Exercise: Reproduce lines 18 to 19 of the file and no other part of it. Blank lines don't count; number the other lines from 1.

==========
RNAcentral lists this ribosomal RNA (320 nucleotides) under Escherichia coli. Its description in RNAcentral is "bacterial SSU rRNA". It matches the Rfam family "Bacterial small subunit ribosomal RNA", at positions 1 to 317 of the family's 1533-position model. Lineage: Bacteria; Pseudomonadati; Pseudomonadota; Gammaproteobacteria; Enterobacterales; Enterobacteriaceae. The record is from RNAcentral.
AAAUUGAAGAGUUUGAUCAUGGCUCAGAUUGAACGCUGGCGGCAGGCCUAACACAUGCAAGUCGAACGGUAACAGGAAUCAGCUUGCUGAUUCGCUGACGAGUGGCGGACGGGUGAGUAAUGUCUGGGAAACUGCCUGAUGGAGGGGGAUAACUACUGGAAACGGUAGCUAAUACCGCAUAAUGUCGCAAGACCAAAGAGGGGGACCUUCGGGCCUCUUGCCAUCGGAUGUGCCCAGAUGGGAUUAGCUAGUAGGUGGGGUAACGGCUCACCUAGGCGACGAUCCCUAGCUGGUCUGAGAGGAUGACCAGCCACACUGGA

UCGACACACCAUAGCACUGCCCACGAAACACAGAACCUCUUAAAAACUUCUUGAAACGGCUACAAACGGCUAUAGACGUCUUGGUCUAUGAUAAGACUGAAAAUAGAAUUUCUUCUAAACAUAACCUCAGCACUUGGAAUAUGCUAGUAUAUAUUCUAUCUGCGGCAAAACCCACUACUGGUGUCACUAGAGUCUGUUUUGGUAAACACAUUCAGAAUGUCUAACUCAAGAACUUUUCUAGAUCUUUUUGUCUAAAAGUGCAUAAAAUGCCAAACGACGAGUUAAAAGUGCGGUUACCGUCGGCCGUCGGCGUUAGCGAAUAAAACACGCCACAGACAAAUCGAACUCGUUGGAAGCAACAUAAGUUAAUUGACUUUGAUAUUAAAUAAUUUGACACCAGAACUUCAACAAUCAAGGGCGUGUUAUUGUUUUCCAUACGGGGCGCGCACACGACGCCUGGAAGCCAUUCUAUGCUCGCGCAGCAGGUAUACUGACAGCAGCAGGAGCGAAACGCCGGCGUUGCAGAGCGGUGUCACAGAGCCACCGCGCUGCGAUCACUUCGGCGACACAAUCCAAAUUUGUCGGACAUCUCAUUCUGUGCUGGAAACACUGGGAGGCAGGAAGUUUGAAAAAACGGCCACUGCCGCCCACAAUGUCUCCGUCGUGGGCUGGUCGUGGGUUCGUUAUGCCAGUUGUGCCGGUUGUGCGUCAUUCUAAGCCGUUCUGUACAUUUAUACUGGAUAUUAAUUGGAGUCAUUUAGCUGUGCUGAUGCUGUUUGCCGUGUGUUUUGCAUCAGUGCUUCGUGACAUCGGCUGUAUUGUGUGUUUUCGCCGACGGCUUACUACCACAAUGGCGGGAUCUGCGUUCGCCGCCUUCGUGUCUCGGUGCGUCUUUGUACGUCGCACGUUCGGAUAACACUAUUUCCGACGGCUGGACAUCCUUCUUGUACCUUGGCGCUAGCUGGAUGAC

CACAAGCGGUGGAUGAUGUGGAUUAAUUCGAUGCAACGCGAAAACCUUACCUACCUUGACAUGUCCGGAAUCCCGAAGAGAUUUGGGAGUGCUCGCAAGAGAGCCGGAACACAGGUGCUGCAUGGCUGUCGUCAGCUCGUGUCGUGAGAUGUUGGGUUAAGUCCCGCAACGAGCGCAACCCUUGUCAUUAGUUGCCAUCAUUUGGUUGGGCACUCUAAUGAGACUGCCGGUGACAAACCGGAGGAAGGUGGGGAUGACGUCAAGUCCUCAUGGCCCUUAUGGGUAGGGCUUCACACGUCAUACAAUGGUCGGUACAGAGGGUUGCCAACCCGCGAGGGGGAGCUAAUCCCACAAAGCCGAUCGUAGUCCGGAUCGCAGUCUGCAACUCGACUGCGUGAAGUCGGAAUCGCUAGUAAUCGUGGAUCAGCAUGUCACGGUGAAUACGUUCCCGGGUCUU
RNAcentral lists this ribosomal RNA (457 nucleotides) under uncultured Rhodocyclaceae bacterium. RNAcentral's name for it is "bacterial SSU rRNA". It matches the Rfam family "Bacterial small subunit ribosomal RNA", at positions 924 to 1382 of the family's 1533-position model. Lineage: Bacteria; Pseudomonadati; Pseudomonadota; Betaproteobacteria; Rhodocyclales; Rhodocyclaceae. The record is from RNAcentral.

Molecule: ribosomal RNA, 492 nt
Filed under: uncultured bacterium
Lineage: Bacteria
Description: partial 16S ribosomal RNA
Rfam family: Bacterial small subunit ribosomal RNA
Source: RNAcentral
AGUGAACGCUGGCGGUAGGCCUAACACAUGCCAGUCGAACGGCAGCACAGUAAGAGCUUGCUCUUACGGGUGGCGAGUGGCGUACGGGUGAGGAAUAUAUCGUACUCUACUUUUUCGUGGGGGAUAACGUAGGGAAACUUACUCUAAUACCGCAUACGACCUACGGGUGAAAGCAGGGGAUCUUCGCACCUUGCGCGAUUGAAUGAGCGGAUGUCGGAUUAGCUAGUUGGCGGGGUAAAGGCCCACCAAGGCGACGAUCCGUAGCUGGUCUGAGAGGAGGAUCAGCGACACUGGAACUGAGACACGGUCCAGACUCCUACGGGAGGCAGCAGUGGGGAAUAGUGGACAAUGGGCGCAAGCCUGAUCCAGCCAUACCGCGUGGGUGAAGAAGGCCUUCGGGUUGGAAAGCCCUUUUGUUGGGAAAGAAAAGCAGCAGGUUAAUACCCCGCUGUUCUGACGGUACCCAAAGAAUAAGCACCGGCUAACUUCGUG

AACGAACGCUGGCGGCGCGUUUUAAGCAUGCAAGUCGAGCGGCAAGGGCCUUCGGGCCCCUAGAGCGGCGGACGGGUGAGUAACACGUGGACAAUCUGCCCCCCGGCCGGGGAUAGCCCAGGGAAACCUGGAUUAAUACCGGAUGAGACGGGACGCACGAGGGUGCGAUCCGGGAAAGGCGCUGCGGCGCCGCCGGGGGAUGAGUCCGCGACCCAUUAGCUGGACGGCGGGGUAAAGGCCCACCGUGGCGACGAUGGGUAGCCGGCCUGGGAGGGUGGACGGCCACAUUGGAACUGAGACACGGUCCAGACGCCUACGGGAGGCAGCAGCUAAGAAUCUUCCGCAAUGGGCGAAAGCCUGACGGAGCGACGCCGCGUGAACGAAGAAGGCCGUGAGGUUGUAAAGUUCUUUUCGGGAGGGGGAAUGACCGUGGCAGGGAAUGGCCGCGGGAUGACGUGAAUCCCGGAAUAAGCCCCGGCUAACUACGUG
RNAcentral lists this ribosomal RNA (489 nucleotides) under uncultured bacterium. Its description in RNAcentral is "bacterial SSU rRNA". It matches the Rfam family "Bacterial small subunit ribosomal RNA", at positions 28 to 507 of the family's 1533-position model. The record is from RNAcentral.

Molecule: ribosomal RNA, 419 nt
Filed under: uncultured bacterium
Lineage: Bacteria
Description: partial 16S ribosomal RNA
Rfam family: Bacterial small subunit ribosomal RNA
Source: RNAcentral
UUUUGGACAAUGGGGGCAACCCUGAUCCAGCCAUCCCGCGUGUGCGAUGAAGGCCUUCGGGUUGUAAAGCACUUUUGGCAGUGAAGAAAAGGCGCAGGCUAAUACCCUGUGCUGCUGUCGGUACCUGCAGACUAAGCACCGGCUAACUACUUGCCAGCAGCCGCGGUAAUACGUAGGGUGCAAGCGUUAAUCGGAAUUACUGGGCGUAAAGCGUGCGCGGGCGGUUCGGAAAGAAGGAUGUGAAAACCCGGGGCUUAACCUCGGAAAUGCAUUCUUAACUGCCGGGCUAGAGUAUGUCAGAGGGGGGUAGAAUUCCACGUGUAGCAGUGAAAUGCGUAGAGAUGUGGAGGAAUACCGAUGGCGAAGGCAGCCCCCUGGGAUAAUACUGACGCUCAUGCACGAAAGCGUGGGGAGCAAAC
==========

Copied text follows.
Description: partial 16S ribosomal RNA
Rfam family: Bacterial small subunit ribosomal RNA